Massachusetts, with possibly the strongest technical university system in the country, is in a special position in this regard. Housing can be an economic pillar only so long as there is space for new homes, or as long as we can afford the commute. Meanwhile, manufacturing continues to decline. One reason the U.S. has been competitive in the twentieth century is that we have fostered entrepreneurialism and because we have a superior secondary education system. New technologies need to incubate in this country and grow into real industries to support future economies--this should be a national priority.

  • Repeal criminal acts against civil liberties
    Although I realize Democrats have been in a minority for the last several years, your priorities have nonetheless been skewed. Medicare legislation, for example, was threatened with a filibuster, but the enemy combatants act rolled through. This is unconscionable. Between this act, the detention of inmates in Guantanamo Bay, the PATRIOT act, and warrantless wiretaps, the congress has abandoned its vigilance under the Bush administration. Now that the Democrats are in a majority, reverse these intrusions now. Please.

  • Universal Health Care
    Health care is something I think about a lot. Although I don't like government planning, a widespread insurance model is nearly the only thing that makes sense. Even if the opponents' view is true, that U.S. medical care is superior, then still the universal insurance model should hold. A possible way to communicate this is to discuss how (1) the public health is best served this way, (2) the risk is shared to the highest degree (which is the entire basis of insurance), and (3) it will reduce administrative costs for insurance users. Reports have shown that Medicare, which includes the population most likely to be sick, is more cost efficient than private plans. Something to consider.

Thank you for your time, Senator. I hope that you represent me well in the new session.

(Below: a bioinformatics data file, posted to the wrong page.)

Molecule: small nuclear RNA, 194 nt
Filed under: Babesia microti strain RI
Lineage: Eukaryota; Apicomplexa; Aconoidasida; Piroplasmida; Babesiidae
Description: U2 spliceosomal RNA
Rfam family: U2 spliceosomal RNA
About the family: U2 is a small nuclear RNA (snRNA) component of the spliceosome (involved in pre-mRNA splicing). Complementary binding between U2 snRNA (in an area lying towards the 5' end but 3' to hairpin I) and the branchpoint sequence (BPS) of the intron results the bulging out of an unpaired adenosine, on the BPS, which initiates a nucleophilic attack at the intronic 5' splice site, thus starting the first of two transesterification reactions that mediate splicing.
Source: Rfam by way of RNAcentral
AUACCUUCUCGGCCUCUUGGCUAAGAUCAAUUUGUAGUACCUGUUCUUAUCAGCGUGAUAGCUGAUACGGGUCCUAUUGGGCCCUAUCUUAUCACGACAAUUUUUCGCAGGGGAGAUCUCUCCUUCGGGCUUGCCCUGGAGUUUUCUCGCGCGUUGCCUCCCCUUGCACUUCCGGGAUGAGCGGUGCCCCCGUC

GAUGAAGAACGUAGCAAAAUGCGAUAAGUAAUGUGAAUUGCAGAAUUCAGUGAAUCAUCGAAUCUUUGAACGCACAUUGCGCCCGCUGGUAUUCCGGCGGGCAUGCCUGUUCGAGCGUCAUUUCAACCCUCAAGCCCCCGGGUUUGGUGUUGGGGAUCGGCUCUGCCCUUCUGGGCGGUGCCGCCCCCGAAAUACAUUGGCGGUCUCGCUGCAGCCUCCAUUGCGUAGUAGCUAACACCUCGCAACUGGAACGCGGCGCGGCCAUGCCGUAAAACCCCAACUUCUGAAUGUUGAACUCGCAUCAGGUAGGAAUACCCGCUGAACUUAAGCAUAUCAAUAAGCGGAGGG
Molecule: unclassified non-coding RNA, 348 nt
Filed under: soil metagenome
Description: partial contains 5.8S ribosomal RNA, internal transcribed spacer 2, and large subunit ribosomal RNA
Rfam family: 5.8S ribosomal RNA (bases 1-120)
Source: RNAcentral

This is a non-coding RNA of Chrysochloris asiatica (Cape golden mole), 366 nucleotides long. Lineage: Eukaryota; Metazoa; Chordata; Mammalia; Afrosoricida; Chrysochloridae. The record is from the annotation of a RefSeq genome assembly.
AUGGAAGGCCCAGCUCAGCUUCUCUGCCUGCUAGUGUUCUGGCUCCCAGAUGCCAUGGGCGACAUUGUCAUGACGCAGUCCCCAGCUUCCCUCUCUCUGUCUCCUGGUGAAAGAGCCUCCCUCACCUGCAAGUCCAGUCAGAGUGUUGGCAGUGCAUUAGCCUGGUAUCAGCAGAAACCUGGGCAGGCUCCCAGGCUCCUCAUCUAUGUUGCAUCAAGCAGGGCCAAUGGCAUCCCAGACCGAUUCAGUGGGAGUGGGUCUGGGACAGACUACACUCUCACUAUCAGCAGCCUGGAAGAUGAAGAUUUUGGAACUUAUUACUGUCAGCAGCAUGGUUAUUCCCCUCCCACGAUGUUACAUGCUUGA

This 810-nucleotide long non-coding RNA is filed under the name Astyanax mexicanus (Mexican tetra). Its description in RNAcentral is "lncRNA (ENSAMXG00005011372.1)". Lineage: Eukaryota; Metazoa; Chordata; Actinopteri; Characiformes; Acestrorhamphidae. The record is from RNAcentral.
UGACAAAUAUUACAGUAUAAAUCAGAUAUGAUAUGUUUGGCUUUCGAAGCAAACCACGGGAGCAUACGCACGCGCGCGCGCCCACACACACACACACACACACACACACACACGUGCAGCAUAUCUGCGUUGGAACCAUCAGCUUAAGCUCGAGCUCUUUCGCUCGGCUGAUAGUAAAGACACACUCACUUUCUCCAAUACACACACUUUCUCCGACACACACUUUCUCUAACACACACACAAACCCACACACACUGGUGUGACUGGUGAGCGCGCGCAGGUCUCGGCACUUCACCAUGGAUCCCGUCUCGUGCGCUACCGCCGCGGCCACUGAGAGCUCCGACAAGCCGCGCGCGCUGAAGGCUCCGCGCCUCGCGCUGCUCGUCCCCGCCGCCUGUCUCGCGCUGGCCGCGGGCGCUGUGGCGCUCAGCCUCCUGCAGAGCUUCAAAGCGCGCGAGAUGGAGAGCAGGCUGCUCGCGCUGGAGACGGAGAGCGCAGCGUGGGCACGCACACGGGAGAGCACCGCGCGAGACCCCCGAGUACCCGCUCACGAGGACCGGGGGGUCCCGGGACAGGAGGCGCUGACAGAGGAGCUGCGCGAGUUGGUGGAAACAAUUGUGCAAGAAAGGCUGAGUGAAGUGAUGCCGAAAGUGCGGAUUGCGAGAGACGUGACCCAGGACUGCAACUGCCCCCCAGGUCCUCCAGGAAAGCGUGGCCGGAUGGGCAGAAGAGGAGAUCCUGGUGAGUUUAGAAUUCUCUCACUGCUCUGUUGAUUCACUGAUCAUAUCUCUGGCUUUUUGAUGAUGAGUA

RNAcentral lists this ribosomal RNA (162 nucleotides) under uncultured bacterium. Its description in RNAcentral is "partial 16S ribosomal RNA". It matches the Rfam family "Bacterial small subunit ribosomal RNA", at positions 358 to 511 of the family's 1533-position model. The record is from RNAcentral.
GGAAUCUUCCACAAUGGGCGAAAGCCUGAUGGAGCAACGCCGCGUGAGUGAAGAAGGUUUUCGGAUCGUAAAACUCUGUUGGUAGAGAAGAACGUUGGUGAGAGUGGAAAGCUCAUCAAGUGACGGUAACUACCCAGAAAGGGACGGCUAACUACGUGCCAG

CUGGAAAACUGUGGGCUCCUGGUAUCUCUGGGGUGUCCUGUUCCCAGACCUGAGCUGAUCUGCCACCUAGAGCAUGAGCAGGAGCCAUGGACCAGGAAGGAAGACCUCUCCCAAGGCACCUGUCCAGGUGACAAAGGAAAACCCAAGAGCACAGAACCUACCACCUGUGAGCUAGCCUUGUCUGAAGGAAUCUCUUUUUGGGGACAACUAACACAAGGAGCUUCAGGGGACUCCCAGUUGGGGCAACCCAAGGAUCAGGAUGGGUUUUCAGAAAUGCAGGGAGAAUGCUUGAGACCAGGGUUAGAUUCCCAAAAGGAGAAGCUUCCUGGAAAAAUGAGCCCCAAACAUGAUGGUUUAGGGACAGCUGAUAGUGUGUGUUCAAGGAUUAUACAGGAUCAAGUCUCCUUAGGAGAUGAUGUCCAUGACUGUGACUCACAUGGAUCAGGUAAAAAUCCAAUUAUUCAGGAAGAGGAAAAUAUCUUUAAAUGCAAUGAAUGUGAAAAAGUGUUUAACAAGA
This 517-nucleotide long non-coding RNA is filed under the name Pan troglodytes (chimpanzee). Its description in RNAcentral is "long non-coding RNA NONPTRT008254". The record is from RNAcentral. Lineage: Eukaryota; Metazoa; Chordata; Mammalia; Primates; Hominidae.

hipparchia said...

holy cow, dude! you put me to shame. a most excellent letter.

mbhfh: [mumble mumble] for health

Artemesia said...

Excellent letter Keifus.

It's obvious that this president and his cronies had the war agendas in place before Iraq and the current chaos there was/is part of their game plan.
This 'War President' has 2 more years to wreck the world, drop some clean bombs and carve some new puppets (Chuckies) for the Middle East.

Inertia has been in force since 9/11. I think he and the Pentagon will send in their 20,000 with or without funds..and cry for money 'for the troops' later.

No one has yet tracked the vanished billions that disappeared being trucked en route from a bank in Iraq..It's probably greasing the Bush/Chaney Hell machinery right now.

Your letter's great, but with this administration, I have always expected..and have been correct when predicting the worst.

But, we must keep screaming, talking, hoping and writing letters. Being active witness to demanding that America be restored to its Congress and Constitution.

Keifus said...

Hi Artemesia: I encourage you to participate in hipparchia's project as well. I fear you raise some good points, but I also think that these guys' principle job skill is making noises the voters want to hear (if not actually do anything). If they fail to find the right path, I don't want it to be because I wasn't pointing. (How much of this filthy authoritarianism is a function of who the congress thinks is voting? Too little, but some.)

(Off the wall: would it have been a good letter if you disagreed?)

hipparchia: graciously consented? Oh man, take the credit for lighting the fire under my butt.


Some research scientist I am. wind, solar, hydro- and geothermal are all carbon neutral. (So is biomass.) Coal, "clean" or otherwise, is not. (edited.)

K (and if I exaggerate my membership in the blogging community...)

TenaciousK said...

Ah, Keifus, you've put me to shame - that's an excellent letter! And I'm very glad you posted it [exaggerated indeed!], because it's far too good to be wasted solely on a senator's assistant's unpaid intern. Putting it in the blogosphere means at least broadening the exposure.

I read it - I'm inspired.

I think you should post it on wiki*.

*Names don't have to be named: inspirational credit can be given euphemistically, and permission to link could be granted or denied beforehand.

Keifus said...

If you're feeling peer-pressured, then go do your duty, mister.

You're right about wiki, of course. (Sigh. Why can't we all just play together nice?)


obfuscati said...

no euphemisms needed.

rbwacsms: robot camera swarms
nvwdkkxt: nouveau wierd meerkat text

hipparchia said...

update: people do apparently have some interest in writing letters. hooray!